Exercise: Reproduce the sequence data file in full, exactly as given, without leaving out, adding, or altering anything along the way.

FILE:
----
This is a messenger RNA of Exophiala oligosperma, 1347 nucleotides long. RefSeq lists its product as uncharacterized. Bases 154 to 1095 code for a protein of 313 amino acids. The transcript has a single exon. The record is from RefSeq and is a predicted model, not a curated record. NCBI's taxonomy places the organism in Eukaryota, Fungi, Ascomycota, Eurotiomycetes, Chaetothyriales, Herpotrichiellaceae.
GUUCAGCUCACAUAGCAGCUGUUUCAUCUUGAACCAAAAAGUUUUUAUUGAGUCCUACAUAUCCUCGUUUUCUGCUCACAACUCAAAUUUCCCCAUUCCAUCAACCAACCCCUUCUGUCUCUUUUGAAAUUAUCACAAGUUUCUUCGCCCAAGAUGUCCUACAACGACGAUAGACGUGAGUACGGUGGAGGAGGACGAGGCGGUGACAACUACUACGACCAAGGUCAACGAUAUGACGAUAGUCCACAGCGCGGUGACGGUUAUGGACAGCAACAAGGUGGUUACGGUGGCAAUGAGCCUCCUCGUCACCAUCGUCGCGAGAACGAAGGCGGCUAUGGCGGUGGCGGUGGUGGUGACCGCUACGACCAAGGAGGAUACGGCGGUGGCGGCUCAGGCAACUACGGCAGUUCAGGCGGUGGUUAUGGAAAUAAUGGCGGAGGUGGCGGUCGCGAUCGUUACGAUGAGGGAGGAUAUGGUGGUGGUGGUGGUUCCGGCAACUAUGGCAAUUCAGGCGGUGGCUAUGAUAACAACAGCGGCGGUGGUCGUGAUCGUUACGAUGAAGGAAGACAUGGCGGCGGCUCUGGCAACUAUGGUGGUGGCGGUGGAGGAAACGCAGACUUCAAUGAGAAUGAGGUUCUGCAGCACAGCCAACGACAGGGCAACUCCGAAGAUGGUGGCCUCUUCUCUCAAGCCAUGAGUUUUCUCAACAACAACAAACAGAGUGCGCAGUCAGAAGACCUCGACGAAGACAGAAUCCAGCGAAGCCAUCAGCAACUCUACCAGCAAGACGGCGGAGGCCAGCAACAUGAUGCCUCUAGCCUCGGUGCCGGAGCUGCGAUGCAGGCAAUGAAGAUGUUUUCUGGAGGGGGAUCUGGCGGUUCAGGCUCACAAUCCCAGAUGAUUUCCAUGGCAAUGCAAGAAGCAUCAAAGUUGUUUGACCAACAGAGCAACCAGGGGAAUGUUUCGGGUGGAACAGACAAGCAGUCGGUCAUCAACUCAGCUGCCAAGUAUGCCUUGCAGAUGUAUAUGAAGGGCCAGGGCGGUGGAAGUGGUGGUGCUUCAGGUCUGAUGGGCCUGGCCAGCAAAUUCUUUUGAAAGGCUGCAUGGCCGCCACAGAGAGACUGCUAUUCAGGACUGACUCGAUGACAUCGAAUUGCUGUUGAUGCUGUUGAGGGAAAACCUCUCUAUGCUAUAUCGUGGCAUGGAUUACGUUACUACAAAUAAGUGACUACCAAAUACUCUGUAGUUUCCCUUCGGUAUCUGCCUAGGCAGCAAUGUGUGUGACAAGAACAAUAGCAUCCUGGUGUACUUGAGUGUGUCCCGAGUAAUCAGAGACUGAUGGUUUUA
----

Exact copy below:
This is a messenger RNA of Exophiala oligosperma, 1347 nucleotides long. RefSeq lists its product as uncharacterized. Bases 154 to 1095 code for a protein of 313 amino acids. The transcript has a single exon. The record is from RefSeq and is a predicted model, not a curated record. NCBI's taxonomy places the organism in Eukaryota, Fungi, Ascomycota, Eurotiomycetes, Chaetothyriales, Herpotrichiellaceae.
GUUCAGCUCACAUAGCAGCUGUUUCAUCUUGAACCAAAAAGUUUUUAUUGAGUCCUACAUAUCCUCGUUUUCUGCUCACAACUCAAAUUUCCCCAUUCCAUCAACCAACCCCUUCUGUCUCUUUUGAAAUUAUCACAAGUUUCUUCGCCCAAGAUGUCCUACAACGACGAUAGACGUGAGUACGGUGGAGGAGGACGAGGCGGUGACAACUACUACGACCAAGGUCAACGAUAUGACGAUAGUCCACAGCGCGGUGACGGUUAUGGACAGCAACAAGGUGGUUACGGUGGCAAUGAGCCUCCUCGUCACCAUCGUCGCGAGAACGAAGGCGGCUAUGGCGGUGGCGGUGGUGGUGACCGCUACGACCAAGGAGGAUACGGCGGUGGCGGCUCAGGCAACUACGGCAGUUCAGGCGGUGGUUAUGGAAAUAAUGGCGGAGGUGGCGGUCGCGAUCGUUACGAUGAGGGAGGAUAUGGUGGUGGUGGUGGUUCCGGCAACUAUGGCAAUUCAGGCGGUGGCUAUGAUAACAACAGCGGCGGUGGUCGUGAUCGUUACGAUGAAGGAAGACAUGGCGGCGGCUCUGGCAACUAUGGUGGUGGCGGUGGAGGAAACGCAGACUUCAAUGAGAAUGAGGUUCUGCAGCACAGCCAACGACAGGGCAACUCCGAAGAUGGUGGCCUCUUCUCUCAAGCCAUGAGUUUUCUCAACAACAACAAACAGAGUGCGCAGUCAGAAGACCUCGACGAAGACAGAAUCCAGCGAAGCCAUCAGCAACUCUACCAGCAAGACGGCGGAGGCCAGCAACAUGAUGCCUCUAGCCUCGGUGCCGGAGCUGCGAUGCAGGCAAUGAAGAUGUUUUCUGGAGGGGGAUCUGGCGGUUCAGGCUCACAAUCCCAGAUGAUUUCCAUGGCAAUGCAAGAAGCAUCAAAGUUGUUUGACCAACAGAGCAACCAGGGGAAUGUUUCGGGUGGAACAGACAAGCAGUCGGUCAUCAACUCAGCUGCCAAGUAUGCCUUGCAGAUGUAUAUGAAGGGCCAGGGCGGUGGAAGUGGUGGUGCUUCAGGUCUGAUGGGCCUGGCCAGCAAAUUCUUUUGAAAGGCUGCAUGGCCGCCACAGAGAGACUGCUAUUCAGGACUGACUCGAUGACAUCGAAUUGCUGUUGAUGCUGUUGAGGGAAAACCUCUCUAUGCUAUAUCGUGGCAUGGAUUACGUUACUACAAAUAAGUGACUACCAAAUACUCUGUAGUUUCCCUUCGGUAUCUGCCUAGGCAGCAAUGUGUGUGACAAGAACAAUAGCAUCCUGGUGUACUUGAGUGUGUCCCGAGUAAUCAGAGACUGAUGGUUUUA